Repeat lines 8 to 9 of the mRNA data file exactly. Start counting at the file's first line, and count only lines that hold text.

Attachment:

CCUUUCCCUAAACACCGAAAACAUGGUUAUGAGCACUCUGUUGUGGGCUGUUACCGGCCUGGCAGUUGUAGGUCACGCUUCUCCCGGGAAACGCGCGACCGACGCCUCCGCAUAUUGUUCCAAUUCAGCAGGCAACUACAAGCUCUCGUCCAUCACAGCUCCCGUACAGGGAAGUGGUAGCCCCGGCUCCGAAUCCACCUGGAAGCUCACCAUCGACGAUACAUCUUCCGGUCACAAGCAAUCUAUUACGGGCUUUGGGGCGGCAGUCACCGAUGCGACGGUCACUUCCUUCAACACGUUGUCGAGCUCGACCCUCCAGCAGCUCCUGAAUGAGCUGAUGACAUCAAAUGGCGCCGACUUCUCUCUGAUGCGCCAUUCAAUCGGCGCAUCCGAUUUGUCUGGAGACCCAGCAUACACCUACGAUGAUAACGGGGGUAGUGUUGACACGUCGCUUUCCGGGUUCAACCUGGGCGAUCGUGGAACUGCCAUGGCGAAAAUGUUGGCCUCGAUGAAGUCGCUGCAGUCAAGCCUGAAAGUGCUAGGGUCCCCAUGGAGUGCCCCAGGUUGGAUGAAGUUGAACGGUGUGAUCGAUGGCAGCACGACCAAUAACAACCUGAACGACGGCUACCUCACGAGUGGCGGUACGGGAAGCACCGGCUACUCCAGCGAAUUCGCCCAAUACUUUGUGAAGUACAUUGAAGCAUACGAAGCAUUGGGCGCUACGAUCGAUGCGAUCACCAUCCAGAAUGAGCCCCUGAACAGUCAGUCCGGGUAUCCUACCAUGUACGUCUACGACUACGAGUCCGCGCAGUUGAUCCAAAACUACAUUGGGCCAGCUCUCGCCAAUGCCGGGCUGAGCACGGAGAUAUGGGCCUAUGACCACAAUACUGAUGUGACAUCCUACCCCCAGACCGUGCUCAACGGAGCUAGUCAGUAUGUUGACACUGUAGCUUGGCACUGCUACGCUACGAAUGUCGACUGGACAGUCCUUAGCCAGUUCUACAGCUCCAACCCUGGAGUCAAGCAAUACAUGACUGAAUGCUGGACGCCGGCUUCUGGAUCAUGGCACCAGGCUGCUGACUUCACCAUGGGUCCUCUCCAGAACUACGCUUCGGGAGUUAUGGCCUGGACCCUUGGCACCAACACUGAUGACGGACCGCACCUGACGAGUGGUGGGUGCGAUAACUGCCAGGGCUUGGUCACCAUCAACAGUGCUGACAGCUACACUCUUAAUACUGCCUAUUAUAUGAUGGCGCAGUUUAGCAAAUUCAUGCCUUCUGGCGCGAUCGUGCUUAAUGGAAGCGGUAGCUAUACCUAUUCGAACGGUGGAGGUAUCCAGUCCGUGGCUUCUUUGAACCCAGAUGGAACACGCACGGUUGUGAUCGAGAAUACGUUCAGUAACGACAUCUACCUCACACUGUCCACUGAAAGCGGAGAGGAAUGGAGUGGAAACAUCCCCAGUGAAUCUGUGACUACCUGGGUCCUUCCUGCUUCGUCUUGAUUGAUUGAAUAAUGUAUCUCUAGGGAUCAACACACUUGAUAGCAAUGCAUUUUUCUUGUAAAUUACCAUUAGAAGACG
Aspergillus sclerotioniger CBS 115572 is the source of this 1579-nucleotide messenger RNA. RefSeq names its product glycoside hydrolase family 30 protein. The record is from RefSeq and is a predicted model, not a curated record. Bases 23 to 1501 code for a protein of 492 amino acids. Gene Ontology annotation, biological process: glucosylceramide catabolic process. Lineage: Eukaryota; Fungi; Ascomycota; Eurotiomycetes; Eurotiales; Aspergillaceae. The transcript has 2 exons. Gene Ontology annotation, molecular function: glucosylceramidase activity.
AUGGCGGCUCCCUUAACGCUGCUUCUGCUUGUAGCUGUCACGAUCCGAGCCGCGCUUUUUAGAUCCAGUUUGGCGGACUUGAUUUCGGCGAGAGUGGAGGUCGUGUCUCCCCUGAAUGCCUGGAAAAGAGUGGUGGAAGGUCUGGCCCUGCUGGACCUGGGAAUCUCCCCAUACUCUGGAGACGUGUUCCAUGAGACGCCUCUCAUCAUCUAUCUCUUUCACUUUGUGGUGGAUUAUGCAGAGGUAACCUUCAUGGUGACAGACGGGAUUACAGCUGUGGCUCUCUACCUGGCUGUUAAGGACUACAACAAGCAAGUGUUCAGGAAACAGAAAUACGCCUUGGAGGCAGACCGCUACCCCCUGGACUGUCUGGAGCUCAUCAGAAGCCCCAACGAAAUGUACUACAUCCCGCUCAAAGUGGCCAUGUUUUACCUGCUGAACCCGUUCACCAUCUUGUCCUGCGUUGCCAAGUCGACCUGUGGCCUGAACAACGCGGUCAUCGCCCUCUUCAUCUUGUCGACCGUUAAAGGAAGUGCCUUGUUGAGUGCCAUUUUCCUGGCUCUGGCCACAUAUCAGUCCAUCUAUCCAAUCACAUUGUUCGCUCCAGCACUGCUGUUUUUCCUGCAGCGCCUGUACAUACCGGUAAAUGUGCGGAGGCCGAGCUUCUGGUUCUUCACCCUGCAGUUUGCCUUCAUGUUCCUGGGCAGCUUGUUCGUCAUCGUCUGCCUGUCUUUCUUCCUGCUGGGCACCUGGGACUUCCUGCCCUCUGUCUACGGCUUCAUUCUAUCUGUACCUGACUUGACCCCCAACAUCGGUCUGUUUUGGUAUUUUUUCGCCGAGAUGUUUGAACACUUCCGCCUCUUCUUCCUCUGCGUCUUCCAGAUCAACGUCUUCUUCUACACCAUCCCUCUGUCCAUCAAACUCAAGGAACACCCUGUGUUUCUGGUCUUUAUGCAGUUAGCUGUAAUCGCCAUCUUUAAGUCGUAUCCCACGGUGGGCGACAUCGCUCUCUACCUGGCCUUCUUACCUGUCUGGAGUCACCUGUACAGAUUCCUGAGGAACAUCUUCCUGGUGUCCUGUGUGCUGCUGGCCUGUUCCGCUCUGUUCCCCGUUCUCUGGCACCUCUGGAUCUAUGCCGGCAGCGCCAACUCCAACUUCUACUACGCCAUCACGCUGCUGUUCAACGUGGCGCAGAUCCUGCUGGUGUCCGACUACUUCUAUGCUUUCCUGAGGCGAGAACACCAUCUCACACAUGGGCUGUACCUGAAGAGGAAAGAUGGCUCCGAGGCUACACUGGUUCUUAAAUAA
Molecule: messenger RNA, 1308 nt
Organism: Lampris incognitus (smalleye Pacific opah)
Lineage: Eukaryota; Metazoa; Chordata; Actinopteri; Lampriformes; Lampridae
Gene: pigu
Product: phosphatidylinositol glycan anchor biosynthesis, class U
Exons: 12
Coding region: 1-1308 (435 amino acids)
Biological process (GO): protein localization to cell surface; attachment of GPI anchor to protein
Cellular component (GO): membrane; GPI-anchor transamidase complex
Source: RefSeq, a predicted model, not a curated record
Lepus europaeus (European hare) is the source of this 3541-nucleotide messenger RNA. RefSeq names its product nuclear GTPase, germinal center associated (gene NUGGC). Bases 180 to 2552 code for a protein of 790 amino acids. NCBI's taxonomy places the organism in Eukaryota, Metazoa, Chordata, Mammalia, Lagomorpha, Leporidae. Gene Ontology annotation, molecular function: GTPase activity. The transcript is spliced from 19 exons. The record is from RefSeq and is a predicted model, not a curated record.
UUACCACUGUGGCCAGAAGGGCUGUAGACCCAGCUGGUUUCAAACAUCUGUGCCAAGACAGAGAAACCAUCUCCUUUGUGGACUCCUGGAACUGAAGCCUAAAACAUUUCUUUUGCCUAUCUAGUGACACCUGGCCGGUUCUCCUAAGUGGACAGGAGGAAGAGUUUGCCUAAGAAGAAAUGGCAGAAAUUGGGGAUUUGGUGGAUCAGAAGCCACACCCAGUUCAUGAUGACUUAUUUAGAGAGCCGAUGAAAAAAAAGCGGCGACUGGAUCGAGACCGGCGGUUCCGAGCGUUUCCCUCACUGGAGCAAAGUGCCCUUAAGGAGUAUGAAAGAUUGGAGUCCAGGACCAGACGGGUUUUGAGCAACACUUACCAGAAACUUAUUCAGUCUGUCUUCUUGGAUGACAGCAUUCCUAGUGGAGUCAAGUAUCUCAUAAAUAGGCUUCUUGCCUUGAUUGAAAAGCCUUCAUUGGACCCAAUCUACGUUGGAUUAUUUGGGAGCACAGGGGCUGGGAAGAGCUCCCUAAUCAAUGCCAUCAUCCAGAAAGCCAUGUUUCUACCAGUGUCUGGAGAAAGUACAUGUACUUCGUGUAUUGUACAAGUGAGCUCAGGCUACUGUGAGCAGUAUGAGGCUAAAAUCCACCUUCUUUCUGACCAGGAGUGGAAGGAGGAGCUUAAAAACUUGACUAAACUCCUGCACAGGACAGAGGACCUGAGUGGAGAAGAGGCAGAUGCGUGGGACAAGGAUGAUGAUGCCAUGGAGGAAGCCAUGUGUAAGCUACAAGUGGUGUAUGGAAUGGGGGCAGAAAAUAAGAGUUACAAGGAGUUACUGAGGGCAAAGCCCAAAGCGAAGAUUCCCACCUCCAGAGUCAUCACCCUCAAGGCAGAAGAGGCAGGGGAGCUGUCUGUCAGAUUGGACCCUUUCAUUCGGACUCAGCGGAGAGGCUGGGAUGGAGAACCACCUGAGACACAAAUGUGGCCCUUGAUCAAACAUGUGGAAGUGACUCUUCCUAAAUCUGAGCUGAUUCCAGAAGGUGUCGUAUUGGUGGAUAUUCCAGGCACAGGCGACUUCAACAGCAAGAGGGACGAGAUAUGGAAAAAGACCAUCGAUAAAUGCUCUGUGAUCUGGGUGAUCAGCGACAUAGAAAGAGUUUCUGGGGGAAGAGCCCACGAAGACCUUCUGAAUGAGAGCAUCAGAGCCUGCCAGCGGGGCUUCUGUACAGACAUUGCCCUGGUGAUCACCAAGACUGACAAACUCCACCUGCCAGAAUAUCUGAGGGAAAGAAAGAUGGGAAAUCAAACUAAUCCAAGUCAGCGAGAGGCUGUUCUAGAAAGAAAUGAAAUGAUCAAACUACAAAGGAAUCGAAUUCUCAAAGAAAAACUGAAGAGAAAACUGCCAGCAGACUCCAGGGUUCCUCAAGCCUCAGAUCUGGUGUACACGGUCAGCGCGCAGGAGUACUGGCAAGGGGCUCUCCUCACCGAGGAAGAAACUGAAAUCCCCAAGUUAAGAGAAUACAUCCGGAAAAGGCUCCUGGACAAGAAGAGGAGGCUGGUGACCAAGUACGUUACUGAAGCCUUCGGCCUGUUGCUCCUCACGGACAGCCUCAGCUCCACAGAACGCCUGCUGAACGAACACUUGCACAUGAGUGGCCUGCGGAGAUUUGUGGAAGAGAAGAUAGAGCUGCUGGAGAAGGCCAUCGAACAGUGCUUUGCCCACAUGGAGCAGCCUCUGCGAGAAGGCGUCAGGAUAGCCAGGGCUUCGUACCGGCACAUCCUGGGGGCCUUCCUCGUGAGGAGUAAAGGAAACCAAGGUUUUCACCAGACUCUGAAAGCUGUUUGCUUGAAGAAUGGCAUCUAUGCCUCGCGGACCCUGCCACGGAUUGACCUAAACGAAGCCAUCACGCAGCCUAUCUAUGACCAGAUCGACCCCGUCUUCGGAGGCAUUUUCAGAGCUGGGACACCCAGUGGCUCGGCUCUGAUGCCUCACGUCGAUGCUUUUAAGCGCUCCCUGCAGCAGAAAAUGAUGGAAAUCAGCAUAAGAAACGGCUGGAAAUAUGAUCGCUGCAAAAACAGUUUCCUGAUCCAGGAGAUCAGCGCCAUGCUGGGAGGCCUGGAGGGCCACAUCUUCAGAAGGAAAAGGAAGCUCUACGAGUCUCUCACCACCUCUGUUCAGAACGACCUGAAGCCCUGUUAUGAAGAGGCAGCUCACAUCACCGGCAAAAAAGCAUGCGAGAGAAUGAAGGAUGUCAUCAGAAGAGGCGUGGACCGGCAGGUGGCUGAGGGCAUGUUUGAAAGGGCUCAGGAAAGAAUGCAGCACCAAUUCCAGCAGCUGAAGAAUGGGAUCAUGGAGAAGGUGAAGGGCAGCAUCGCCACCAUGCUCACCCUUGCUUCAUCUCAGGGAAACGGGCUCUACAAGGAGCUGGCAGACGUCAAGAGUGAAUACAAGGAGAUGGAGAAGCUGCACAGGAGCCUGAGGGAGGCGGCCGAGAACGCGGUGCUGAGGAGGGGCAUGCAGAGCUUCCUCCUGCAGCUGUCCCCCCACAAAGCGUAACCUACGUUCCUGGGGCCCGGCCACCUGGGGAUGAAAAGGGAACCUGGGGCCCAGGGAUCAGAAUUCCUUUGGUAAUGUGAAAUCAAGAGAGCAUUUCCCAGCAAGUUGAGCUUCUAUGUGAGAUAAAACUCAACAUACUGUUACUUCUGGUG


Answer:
Product: phosphatidylinositol glycan anchor biosynthesis, class U
Exons: 12